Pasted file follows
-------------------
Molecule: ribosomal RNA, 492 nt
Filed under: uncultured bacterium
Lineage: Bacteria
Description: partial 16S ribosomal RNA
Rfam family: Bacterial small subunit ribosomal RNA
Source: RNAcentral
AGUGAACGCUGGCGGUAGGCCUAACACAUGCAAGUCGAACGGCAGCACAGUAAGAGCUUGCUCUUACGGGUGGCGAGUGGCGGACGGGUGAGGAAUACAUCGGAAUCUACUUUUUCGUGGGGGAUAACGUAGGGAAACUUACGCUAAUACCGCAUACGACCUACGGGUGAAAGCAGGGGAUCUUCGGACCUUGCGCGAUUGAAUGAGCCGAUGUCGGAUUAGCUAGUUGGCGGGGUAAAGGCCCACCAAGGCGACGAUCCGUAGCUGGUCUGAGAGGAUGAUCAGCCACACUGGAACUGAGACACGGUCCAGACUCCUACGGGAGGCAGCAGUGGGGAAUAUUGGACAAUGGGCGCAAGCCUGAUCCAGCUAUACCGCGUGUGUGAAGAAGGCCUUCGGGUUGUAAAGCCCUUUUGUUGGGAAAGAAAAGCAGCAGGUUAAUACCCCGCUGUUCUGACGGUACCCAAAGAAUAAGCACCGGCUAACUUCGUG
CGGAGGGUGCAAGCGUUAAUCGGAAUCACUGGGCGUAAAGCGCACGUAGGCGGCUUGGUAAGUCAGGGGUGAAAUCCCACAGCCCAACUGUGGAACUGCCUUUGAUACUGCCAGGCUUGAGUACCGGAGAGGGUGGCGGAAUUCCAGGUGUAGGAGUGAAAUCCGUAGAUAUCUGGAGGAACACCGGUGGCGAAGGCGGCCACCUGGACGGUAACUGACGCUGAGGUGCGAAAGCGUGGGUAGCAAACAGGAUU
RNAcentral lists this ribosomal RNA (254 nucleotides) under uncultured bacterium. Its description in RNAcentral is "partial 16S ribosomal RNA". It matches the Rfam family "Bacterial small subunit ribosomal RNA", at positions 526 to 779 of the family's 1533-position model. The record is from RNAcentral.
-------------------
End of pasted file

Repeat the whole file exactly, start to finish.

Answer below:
Molecule: ribosomal RNA, 492 nt
Filed under: uncultured bacterium
Lineage: Bacteria
Description: partial 16S ribosomal RNA
Rfam family: Bacterial small subunit ribosomal RNA
Source: RNAcentral
AGUGAACGCUGGCGGUAGGCCUAACACAUGCAAGUCGAACGGCAGCACAGUAAGAGCUUGCUCUUACGGGUGGCGAGUGGCGGACGGGUGAGGAAUACAUCGGAAUCUACUUUUUCGUGGGGGAUAACGUAGGGAAACUUACGCUAAUACCGCAUACGACCUACGGGUGAAAGCAGGGGAUCUUCGGACCUUGCGCGAUUGAAUGAGCCGAUGUCGGAUUAGCUAGUUGGCGGGGUAAAGGCCCACCAAGGCGACGAUCCGUAGCUGGUCUGAGAGGAUGAUCAGCCACACUGGAACUGAGACACGGUCCAGACUCCUACGGGAGGCAGCAGUGGGGAAUAUUGGACAAUGGGCGCAAGCCUGAUCCAGCUAUACCGCGUGUGUGAAGAAGGCCUUCGGGUUGUAAAGCCCUUUUGUUGGGAAAGAAAAGCAGCAGGUUAAUACCCCGCUGUUCUGACGGUACCCAAAGAAUAAGCACCGGCUAACUUCGUG
CGGAGGGUGCAAGCGUUAAUCGGAAUCACUGGGCGUAAAGCGCACGUAGGCGGCUUGGUAAGUCAGGGGUGAAAUCCCACAGCCCAACUGUGGAACUGCCUUUGAUACUGCCAGGCUUGAGUACCGGAGAGGGUGGCGGAAUUCCAGGUGUAGGAGUGAAAUCCGUAGAUAUCUGGAGGAACACCGGUGGCGAAGGCGGCCACCUGGACGGUAACUGACGCUGAGGUGCGAAAGCGUGGGUAGCAAACAGGAUU
RNAcentral lists this ribosomal RNA (254 nucleotides) under uncultured bacterium. Its description in RNAcentral is "partial 16S ribosomal RNA". It matches the Rfam family "Bacterial small subunit ribosomal RNA", at positions 526 to 779 of the family's 1533-position model. The record is from RNAcentral.